I think that it is this gathering of deep ‘experience‘ through perception, intuition, observation, and lived experiences, that makes literature, poetry and in particular the novel such an interesting and useful distillation of the human condition, and what makes studying other people’s poetry stories and novels a very important stage. You don’t have to drown in the crap, and you should read a bit distanced and removed – for every writer has an agenda on some level, and you should be able to fairly evaluate that agenda and weight it without being sucked into it by the force of their words alone – but at some level if you don’t read some literature you may find yourself at a disadvantage in dealing with other people.

If you read too much of it, you risk becoming a schmuck…

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The answer, my friend, is brushing your teeth from the right bowl

By Kemal


“The sun is high up in the sky and I’m in my car
Drifting down into the abattoir
Do you see what I see, dear?

..I wanted to be your Superman but I turned out such a jerk
I got the abattoir blues
I got the abattoir blues…”– Nick Cave and the Bad Seeds, Abattoir Blues

“Consider now the valley
of Hinnom – the trucks
from the abattoir
skidding their loads,
the shameless body parts.
Ezekiel’s wheel
shall encompass all..” –Geoffrey Hill, in Ezekiel’s Wheel

The answer, my friend, is certainly not just “blowing with the wind” – unless you’re a leaf.

The answer is to know your hour, and what is due from you to it, and what it is giving to you; and to take what that hour offers you, and then to do what the hour demands. Being appropriate, in other words. Like, do you brush your teeth out a toilet bowl?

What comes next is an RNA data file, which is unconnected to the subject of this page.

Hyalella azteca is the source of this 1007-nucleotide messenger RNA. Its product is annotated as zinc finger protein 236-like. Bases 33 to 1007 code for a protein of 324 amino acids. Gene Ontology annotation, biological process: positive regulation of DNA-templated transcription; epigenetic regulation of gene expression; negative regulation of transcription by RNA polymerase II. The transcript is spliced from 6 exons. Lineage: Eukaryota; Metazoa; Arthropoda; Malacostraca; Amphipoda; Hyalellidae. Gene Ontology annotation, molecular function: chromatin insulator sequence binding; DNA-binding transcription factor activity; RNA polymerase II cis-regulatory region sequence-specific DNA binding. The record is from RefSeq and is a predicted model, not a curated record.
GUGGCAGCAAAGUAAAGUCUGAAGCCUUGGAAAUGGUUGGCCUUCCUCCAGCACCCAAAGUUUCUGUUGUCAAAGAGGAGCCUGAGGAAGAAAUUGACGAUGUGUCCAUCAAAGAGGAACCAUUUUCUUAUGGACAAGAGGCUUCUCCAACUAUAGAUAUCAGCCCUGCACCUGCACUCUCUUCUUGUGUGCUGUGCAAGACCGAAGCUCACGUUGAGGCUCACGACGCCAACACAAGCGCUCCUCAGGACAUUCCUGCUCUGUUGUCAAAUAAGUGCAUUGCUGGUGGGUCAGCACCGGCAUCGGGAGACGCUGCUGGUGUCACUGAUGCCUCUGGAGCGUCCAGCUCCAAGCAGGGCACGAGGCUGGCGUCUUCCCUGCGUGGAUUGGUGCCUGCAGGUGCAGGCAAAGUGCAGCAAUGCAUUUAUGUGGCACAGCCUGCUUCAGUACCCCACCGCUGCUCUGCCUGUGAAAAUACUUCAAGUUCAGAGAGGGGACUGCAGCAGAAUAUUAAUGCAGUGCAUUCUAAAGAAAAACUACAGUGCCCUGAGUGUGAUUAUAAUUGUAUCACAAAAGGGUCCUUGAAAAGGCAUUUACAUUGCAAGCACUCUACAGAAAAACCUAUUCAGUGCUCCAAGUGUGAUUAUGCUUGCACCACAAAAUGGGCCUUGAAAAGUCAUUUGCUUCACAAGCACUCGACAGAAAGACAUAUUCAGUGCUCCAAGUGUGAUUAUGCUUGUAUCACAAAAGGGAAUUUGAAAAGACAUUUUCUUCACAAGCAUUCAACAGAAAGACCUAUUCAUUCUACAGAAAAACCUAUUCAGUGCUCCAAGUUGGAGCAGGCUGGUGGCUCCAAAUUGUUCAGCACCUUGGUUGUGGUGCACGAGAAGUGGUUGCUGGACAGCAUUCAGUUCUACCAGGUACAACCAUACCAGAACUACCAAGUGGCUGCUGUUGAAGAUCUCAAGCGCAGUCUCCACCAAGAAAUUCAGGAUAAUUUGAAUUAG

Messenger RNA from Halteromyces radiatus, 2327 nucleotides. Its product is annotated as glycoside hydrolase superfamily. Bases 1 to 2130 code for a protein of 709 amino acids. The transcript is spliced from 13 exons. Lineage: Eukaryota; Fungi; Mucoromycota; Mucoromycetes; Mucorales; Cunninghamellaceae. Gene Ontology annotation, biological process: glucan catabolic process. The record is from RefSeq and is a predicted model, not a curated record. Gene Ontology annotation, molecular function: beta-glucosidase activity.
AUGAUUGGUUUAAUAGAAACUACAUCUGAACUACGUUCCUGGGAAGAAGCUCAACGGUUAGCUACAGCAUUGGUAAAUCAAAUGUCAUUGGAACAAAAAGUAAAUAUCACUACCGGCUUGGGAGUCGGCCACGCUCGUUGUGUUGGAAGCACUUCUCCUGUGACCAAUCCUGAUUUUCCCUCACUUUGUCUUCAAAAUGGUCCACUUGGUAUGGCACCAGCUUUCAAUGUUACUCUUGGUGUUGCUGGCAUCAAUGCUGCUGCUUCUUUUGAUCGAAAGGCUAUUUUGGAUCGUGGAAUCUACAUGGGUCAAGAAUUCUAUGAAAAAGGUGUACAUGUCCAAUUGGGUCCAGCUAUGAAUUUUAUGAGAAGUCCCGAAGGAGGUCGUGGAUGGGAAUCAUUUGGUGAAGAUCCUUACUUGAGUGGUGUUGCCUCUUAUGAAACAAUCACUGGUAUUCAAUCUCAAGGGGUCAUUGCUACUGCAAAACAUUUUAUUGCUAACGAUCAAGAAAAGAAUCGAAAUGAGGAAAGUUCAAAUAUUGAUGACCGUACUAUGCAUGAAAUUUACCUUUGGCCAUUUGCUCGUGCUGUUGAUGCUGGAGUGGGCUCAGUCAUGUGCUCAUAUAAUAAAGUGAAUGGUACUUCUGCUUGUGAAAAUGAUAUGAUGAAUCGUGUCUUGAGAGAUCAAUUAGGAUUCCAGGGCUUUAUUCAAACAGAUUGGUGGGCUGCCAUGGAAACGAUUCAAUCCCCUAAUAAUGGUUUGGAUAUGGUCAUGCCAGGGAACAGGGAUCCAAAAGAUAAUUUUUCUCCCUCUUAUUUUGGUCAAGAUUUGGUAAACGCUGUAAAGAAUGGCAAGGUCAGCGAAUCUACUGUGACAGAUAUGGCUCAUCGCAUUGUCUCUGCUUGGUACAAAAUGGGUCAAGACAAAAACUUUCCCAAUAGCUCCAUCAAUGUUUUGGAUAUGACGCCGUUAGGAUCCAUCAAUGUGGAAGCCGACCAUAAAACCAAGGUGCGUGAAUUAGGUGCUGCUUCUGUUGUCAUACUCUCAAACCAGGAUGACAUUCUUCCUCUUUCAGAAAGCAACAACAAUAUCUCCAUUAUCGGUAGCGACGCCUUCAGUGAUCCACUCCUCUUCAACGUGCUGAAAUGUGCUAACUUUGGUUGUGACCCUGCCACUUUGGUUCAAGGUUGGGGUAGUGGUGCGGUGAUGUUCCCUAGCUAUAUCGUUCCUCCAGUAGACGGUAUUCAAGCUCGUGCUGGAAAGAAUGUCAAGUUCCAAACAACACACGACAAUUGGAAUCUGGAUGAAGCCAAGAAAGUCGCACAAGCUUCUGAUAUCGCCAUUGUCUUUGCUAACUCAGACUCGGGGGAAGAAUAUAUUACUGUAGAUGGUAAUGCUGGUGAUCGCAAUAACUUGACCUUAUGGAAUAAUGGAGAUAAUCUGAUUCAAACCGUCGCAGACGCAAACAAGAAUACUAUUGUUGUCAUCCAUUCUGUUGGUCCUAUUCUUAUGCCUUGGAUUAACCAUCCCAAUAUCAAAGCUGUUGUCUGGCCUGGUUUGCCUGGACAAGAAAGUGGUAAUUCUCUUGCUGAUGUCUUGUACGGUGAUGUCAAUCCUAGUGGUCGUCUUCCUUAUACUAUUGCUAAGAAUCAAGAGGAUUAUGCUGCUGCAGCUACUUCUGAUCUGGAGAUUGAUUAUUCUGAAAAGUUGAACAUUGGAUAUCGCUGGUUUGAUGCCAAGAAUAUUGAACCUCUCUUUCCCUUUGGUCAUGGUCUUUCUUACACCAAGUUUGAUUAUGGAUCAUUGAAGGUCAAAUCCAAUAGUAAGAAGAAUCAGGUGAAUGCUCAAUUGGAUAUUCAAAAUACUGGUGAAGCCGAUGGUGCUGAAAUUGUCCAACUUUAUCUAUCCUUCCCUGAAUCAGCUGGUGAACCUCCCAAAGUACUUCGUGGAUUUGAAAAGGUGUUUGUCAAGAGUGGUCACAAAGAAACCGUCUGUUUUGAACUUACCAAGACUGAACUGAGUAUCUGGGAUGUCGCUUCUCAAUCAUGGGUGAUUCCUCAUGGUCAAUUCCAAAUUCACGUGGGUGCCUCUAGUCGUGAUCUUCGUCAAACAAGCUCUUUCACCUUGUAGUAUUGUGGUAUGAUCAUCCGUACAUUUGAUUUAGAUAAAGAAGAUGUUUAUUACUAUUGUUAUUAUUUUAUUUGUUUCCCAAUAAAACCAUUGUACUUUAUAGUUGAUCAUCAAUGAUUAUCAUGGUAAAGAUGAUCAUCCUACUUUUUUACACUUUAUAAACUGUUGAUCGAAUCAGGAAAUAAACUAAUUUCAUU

?

Consider the following:
I contend that you can tell a lot about the true greatness of a civilization by how noble, or insipid, they are in their decadence – right before the fall into senility. I contend, further, that a mistake people make, out of nostalgia, is to hearken back to that specific point; not realizing in their sincere, naive, and dangerous delusion that what they yearn for, out of nostalgia, was that civilization’s extreme illness. I contend, further, that one who is truly perceptive can discern the proper measure of a civilization’s true inner greatness by looking at its earlier, less grand, and primitive stages. The least sexy and glamorous parts of its history. I fear, however, that many people lack the imagination, insight, or discernment to do so, frankly.

Dead civilizations are best left moldering in their graves. Attempts to resurrect them simply creates revenants.

What in the world am I babbling ’bout here, you ask? Well consider the following.

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Song Lyrics, Poetry or Not?

Floating around the “poetosphere” I’m noticing a good deal of debate about the validity of song lyric, especially popular song lyric, and rap in particular, as poetry.

In my not-so humble opinion the debate – though well intentioned – often hits stupid levels, this is less the fault of the people on either side debating, and more the fault of our language itself.

The debate reflects a massive ambiguity, in meaning, in the terms being used: lyric, poetry and verse. This ambiguity, in our language, at this point of time, really is the problem. Also a forgetting of historical origins.

There is also the aspect of an elite literary culture forgetting the category of folk poetry, forgetting orality in favor of the literary.

To me, the Doors are poetic, Poor Righteous Teachers are poetic, Gangstar are poetic, Iron Maiden are poetic, Massive Attack are poetic, Ani DeFranco is poetic, Tracy Chapman is poetic, Henry Rollins era Black Flag is poetic.
Bathory, for gods sake, are poetic – whether I enjoy Bathory’s aesthetic or not is another matter.

None of this is to say that I necessarily like, or do not like, the poetry in the lyrics in question. It’s to point out what I see as a fact.